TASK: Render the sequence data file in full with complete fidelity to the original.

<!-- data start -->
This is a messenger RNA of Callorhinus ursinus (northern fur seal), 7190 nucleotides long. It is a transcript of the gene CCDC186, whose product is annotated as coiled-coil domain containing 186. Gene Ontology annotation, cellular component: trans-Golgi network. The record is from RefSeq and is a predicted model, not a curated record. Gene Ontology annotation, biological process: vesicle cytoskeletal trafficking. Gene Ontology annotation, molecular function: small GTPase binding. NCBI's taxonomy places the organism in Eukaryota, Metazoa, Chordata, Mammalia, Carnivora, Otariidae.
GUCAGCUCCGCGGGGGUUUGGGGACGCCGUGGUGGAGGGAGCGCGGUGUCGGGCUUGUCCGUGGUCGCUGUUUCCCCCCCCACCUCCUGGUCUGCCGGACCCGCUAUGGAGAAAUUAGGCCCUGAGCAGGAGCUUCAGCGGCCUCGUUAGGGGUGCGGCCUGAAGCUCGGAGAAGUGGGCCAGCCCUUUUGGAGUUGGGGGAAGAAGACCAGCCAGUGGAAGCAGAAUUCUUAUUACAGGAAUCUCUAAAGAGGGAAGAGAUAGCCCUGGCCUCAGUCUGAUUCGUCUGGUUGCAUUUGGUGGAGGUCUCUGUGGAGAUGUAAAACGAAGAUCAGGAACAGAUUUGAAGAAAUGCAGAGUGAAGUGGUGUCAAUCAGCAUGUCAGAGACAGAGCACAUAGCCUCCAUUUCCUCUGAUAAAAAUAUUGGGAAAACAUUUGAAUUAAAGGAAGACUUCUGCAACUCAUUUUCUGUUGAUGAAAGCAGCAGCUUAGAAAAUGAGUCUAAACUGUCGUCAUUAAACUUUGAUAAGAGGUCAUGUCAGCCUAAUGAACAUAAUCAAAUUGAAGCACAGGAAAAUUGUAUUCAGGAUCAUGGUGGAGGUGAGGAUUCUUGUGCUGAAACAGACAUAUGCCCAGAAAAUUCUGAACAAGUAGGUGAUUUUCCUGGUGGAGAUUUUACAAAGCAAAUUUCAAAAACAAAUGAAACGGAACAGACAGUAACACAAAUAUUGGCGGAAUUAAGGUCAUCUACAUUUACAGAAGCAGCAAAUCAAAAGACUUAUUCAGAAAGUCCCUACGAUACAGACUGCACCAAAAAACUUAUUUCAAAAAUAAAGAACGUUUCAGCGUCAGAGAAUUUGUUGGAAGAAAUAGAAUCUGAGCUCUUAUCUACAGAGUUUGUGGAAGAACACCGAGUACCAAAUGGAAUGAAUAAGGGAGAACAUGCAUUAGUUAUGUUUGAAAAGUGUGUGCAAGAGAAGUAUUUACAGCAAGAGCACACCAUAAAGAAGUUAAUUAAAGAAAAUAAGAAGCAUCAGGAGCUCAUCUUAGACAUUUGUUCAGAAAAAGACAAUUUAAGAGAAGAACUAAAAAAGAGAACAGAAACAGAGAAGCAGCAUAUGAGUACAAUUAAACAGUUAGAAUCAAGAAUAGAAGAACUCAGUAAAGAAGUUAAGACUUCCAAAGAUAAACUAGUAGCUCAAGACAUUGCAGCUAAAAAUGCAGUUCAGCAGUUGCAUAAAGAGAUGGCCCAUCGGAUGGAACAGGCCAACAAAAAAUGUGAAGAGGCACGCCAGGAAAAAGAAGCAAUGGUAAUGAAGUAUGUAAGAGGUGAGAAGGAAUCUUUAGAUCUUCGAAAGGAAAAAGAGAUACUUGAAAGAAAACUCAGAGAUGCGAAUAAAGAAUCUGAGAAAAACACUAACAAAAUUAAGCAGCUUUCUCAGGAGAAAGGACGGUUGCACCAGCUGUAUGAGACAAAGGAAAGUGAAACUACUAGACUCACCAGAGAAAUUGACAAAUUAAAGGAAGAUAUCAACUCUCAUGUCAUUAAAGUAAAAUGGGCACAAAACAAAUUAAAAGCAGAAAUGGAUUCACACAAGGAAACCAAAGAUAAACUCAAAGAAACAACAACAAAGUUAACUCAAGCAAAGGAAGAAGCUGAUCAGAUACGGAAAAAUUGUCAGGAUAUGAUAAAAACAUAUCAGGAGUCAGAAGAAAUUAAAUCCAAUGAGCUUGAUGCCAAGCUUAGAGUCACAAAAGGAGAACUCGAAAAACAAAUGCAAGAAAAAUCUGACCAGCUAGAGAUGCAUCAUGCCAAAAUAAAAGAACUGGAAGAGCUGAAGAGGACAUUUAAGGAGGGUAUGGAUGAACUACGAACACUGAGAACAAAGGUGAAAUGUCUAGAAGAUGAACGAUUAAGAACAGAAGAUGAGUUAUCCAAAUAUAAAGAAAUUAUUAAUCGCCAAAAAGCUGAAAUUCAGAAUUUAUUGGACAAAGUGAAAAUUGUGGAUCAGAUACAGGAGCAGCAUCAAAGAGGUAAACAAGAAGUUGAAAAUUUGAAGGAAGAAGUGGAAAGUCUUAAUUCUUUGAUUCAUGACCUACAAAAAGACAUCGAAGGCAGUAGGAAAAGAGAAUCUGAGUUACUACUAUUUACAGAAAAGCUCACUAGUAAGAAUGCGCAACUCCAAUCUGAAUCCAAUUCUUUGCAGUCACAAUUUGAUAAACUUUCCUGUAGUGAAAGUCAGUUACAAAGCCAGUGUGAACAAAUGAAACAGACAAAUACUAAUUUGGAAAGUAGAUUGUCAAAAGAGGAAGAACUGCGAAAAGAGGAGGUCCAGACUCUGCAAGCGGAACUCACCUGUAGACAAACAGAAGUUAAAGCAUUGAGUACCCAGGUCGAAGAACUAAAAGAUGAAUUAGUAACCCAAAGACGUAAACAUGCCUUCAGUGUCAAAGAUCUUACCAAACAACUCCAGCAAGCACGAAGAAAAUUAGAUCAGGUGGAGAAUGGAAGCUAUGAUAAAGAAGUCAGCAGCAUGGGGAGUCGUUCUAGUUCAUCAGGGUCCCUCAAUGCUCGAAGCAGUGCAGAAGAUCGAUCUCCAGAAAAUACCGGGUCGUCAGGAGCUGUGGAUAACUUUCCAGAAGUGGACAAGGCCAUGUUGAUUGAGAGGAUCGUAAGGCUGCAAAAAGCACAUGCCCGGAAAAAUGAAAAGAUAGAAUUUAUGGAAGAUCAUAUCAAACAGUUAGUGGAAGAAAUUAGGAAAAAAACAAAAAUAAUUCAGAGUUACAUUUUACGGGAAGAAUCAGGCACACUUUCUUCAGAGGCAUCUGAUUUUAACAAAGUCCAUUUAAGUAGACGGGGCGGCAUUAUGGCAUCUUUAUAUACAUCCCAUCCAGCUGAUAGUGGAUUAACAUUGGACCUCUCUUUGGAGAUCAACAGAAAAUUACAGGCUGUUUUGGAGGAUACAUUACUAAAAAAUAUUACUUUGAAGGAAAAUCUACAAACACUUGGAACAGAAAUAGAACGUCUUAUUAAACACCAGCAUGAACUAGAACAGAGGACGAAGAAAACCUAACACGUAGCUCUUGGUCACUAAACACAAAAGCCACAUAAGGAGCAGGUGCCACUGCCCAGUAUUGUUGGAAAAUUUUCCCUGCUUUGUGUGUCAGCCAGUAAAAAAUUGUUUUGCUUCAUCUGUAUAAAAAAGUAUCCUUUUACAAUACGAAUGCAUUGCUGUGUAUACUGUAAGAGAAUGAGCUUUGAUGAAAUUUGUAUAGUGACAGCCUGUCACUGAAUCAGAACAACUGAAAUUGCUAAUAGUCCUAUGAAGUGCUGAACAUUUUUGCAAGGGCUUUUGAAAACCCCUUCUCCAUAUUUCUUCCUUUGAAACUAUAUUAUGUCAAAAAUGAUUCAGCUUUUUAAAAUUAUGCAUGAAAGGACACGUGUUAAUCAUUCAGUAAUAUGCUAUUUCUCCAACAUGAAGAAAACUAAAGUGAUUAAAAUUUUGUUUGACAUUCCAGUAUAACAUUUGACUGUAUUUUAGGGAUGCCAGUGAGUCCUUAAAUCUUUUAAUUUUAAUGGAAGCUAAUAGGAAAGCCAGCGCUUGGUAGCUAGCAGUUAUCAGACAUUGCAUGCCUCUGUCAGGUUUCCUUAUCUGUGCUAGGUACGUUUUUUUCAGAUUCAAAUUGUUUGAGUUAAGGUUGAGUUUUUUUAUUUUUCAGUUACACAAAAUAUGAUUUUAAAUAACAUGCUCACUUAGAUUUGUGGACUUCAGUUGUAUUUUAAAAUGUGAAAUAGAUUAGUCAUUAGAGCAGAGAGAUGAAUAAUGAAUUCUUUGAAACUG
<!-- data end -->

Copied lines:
This is a messenger RNA of Callorhinus ursinus (northern fur seal), 7190 nucleotides long. It is a transcript of the gene CCDC186, whose product is annotated as coiled-coil domain containing 186. Gene Ontology annotation, cellular component: trans-Golgi network. The record is from RefSeq and is a predicted model, not a curated record. Gene Ontology annotation, biological process: vesicle cytoskeletal trafficking. Gene Ontology annotation, molecular function: small GTPase binding. NCBI's taxonomy places the organism in Eukaryota, Metazoa, Chordata, Mammalia, Carnivora, Otariidae.
GUCAGCUCCGCGGGGGUUUGGGGACGCCGUGGUGGAGGGAGCGCGGUGUCGGGCUUGUCCGUGGUCGCUGUUUCCCCCCCCACCUCCUGGUCUGCCGGACCCGCUAUGGAGAAAUUAGGCCCUGAGCAGGAGCUUCAGCGGCCUCGUUAGGGGUGCGGCCUGAAGCUCGGAGAAGUGGGCCAGCCCUUUUGGAGUUGGGGGAAGAAGACCAGCCAGUGGAAGCAGAAUUCUUAUUACAGGAAUCUCUAAAGAGGGAAGAGAUAGCCCUGGCCUCAGUCUGAUUCGUCUGGUUGCAUUUGGUGGAGGUCUCUGUGGAGAUGUAAAACGAAGAUCAGGAACAGAUUUGAAGAAAUGCAGAGUGAAGUGGUGUCAAUCAGCAUGUCAGAGACAGAGCACAUAGCCUCCAUUUCCUCUGAUAAAAAUAUUGGGAAAACAUUUGAAUUAAAGGAAGACUUCUGCAACUCAUUUUCUGUUGAUGAAAGCAGCAGCUUAGAAAAUGAGUCUAAACUGUCGUCAUUAAACUUUGAUAAGAGGUCAUGUCAGCCUAAUGAACAUAAUCAAAUUGAAGCACAGGAAAAUUGUAUUCAGGAUCAUGGUGGAGGUGAGGAUUCUUGUGCUGAAACAGACAUAUGCCCAGAAAAUUCUGAACAAGUAGGUGAUUUUCCUGGUGGAGAUUUUACAAAGCAAAUUUCAAAAACAAAUGAAACGGAACAGACAGUAACACAAAUAUUGGCGGAAUUAAGGUCAUCUACAUUUACAGAAGCAGCAAAUCAAAAGACUUAUUCAGAAAGUCCCUACGAUACAGACUGCACCAAAAAACUUAUUUCAAAAAUAAAGAACGUUUCAGCGUCAGAGAAUUUGUUGGAAGAAAUAGAAUCUGAGCUCUUAUCUACAGAGUUUGUGGAAGAACACCGAGUACCAAAUGGAAUGAAUAAGGGAGAACAUGCAUUAGUUAUGUUUGAAAAGUGUGUGCAAGAGAAGUAUUUACAGCAAGAGCACACCAUAAAGAAGUUAAUUAAAGAAAAUAAGAAGCAUCAGGAGCUCAUCUUAGACAUUUGUUCAGAAAAAGACAAUUUAAGAGAAGAACUAAAAAAGAGAACAGAAACAGAGAAGCAGCAUAUGAGUACAAUUAAACAGUUAGAAUCAAGAAUAGAAGAACUCAGUAAAGAAGUUAAGACUUCCAAAGAUAAACUAGUAGCUCAAGACAUUGCAGCUAAAAAUGCAGUUCAGCAGUUGCAUAAAGAGAUGGCCCAUCGGAUGGAACAGGCCAACAAAAAAUGUGAAGAGGCACGCCAGGAAAAAGAAGCAAUGGUAAUGAAGUAUGUAAGAGGUGAGAAGGAAUCUUUAGAUCUUCGAAAGGAAAAAGAGAUACUUGAAAGAAAACUCAGAGAUGCGAAUAAAGAAUCUGAGAAAAACACUAACAAAAUUAAGCAGCUUUCUCAGGAGAAAGGACGGUUGCACCAGCUGUAUGAGACAAAGGAAAGUGAAACUACUAGACUCACCAGAGAAAUUGACAAAUUAAAGGAAGAUAUCAACUCUCAUGUCAUUAAAGUAAAAUGGGCACAAAACAAAUUAAAAGCAGAAAUGGAUUCACACAAGGAAACCAAAGAUAAACUCAAAGAAACAACAACAAAGUUAACUCAAGCAAAGGAAGAAGCUGAUCAGAUACGGAAAAAUUGUCAGGAUAUGAUAAAAACAUAUCAGGAGUCAGAAGAAAUUAAAUCCAAUGAGCUUGAUGCCAAGCUUAGAGUCACAAAAGGAGAACUCGAAAAACAAAUGCAAGAAAAAUCUGACCAGCUAGAGAUGCAUCAUGCCAAAAUAAAAGAACUGGAAGAGCUGAAGAGGACAUUUAAGGAGGGUAUGGAUGAACUACGAACACUGAGAACAAAGGUGAAAUGUCUAGAAGAUGAACGAUUAAGAACAGAAGAUGAGUUAUCCAAAUAUAAAGAAAUUAUUAAUCGCCAAAAAGCUGAAAUUCAGAAUUUAUUGGACAAAGUGAAAAUUGUGGAUCAGAUACAGGAGCAGCAUCAAAGAGGUAAACAAGAAGUUGAAAAUUUGAAGGAAGAAGUGGAAAGUCUUAAUUCUUUGAUUCAUGACCUACAAAAAGACAUCGAAGGCAGUAGGAAAAGAGAAUCUGAGUUACUACUAUUUACAGAAAAGCUCACUAGUAAGAAUGCGCAACUCCAAUCUGAAUCCAAUUCUUUGCAGUCACAAUUUGAUAAACUUUCCUGUAGUGAAAGUCAGUUACAAAGCCAGUGUGAACAAAUGAAACAGACAAAUACUAAUUUGGAAAGUAGAUUGUCAAAAGAGGAAGAACUGCGAAAAGAGGAGGUCCAGACUCUGCAAGCGGAACUCACCUGUAGACAAACAGAAGUUAAAGCAUUGAGUACCCAGGUCGAAGAACUAAAAGAUGAAUUAGUAACCCAAAGACGUAAACAUGCCUUCAGUGUCAAAGAUCUUACCAAACAACUCCAGCAAGCACGAAGAAAAUUAGAUCAGGUGGAGAAUGGAAGCUAUGAUAAAGAAGUCAGCAGCAUGGGGAGUCGUUCUAGUUCAUCAGGGUCCCUCAAUGCUCGAAGCAGUGCAGAAGAUCGAUCUCCAGAAAAUACCGGGUCGUCAGGAGCUGUGGAUAACUUUCCAGAAGUGGACAAGGCCAUGUUGAUUGAGAGGAUCGUAAGGCUGCAAAAAGCACAUGCCCGGAAAAAUGAAAAGAUAGAAUUUAUGGAAGAUCAUAUCAAACAGUUAGUGGAAGAAAUUAGGAAAAAAACAAAAAUAAUUCAGAGUUACAUUUUACGGGAAGAAUCAGGCACACUUUCUUCAGAGGCAUCUGAUUUUAACAAAGUCCAUUUAAGUAGACGGGGCGGCAUUAUGGCAUCUUUAUAUACAUCCCAUCCAGCUGAUAGUGGAUUAACAUUGGACCUCUCUUUGGAGAUCAACAGAAAAUUACAGGCUGUUUUGGAGGAUACAUUACUAAAAAAUAUUACUUUGAAGGAAAAUCUACAAACACUUGGAACAGAAAUAGAACGUCUUAUUAAACACCAGCAUGAACUAGAACAGAGGACGAAGAAAACCUAACACGUAGCUCUUGGUCACUAAACACAAAAGCCACAUAAGGAGCAGGUGCCACUGCCCAGUAUUGUUGGAAAAUUUUCCCUGCUUUGUGUGUCAGCCAGUAAAAAAUUGUUUUGCUUCAUCUGUAUAAAAAAGUAUCCUUUUACAAUACGAAUGCAUUGCUGUGUAUACUGUAAGAGAAUGAGCUUUGAUGAAAUUUGUAUAGUGACAGCCUGUCACUGAAUCAGAACAACUGAAAUUGCUAAUAGUCCUAUGAAGUGCUGAACAUUUUUGCAAGGGCUUUUGAAAACCCCUUCUCCAUAUUUCUUCCUUUGAAACUAUAUUAUGUCAAAAAUGAUUCAGCUUUUUAAAAUUAUGCAUGAAAGGACACGUGUUAAUCAUUCAGUAAUAUGCUAUUUCUCCAACAUGAAGAAAACUAAAGUGAUUAAAAUUUUGUUUGACAUUCCAGUAUAACAUUUGACUGUAUUUUAGGGAUGCCAGUGAGUCCUUAAAUCUUUUAAUUUUAAUGGAAGCUAAUAGGAAAGCCAGCGCUUGGUAGCUAGCAGUUAUCAGACAUUGCAUGCCUCUGUCAGGUUUCCUUAUCUGUGCUAGGUACGUUUUUUUCAGAUUCAAAUUGUUUGAGUUAAGGUUGAGUUUUUUUAUUUUUCAGUUACACAAAAUAUGAUUUUAAAUAACAUGCUCACUUAGAUUUGUGGACUUCAGUUGUAUUUUAAAAUGUGAAAUAGAUUAGUCAUUAGAGCAGAGAGAUGAAUAAUGAAUUCUUUGAAACUG